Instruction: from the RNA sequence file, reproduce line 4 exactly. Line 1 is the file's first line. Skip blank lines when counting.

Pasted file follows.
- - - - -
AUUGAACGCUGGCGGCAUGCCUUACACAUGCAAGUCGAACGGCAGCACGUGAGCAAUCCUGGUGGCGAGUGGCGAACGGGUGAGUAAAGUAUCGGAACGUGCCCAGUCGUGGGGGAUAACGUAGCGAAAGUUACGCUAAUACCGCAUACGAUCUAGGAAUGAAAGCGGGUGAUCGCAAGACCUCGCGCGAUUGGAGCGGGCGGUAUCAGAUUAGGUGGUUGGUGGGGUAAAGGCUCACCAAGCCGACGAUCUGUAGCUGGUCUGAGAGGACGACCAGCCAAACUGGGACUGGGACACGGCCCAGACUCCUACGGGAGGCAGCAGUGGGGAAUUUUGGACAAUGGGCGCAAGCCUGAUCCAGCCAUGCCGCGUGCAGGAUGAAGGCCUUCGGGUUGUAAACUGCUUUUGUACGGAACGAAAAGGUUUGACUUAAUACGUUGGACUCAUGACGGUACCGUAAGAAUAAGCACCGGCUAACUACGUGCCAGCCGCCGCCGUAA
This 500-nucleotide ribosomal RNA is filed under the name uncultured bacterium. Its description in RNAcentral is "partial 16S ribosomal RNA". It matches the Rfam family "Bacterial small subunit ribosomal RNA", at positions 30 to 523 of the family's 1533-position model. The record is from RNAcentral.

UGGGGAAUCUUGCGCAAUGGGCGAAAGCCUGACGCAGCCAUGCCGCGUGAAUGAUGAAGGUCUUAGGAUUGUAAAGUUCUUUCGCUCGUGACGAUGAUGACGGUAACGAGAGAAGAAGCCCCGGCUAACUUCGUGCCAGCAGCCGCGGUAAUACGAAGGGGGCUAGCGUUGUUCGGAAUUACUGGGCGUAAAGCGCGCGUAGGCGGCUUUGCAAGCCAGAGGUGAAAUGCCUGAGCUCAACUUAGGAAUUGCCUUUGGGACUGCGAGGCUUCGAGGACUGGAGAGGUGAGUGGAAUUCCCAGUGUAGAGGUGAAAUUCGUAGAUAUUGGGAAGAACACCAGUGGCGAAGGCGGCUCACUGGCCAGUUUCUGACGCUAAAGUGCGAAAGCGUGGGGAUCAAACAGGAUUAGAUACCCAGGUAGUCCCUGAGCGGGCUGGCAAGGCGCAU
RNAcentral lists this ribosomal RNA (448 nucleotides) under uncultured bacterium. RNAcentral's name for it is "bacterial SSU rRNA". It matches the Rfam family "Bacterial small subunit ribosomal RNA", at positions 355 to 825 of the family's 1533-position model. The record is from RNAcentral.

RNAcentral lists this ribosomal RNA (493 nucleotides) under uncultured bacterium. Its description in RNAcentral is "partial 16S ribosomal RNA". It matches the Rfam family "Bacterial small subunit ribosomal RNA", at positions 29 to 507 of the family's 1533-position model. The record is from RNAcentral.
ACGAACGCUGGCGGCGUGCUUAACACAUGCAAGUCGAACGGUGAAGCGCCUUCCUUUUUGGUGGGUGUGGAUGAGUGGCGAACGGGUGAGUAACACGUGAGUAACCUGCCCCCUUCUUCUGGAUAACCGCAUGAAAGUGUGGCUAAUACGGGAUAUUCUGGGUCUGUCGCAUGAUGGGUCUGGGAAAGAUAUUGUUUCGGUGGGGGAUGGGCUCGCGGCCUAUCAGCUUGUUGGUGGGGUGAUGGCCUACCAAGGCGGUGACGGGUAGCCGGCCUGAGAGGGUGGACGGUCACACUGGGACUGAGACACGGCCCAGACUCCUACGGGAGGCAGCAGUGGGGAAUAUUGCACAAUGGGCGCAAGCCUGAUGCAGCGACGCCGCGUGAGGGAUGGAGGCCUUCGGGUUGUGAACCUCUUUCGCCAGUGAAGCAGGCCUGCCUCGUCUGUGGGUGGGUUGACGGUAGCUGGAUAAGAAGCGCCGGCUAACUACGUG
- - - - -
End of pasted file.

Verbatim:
RNAcentral lists this ribosomal RNA (448 nucleotides) under uncultured bacterium. RNAcentral's name for it is "bacterial SSU rRNA". It matches the Rfam family "Bacterial small subunit ribosomal RNA", at positions 355 to 825 of the family's 1533-position model. The record is from RNAcentral.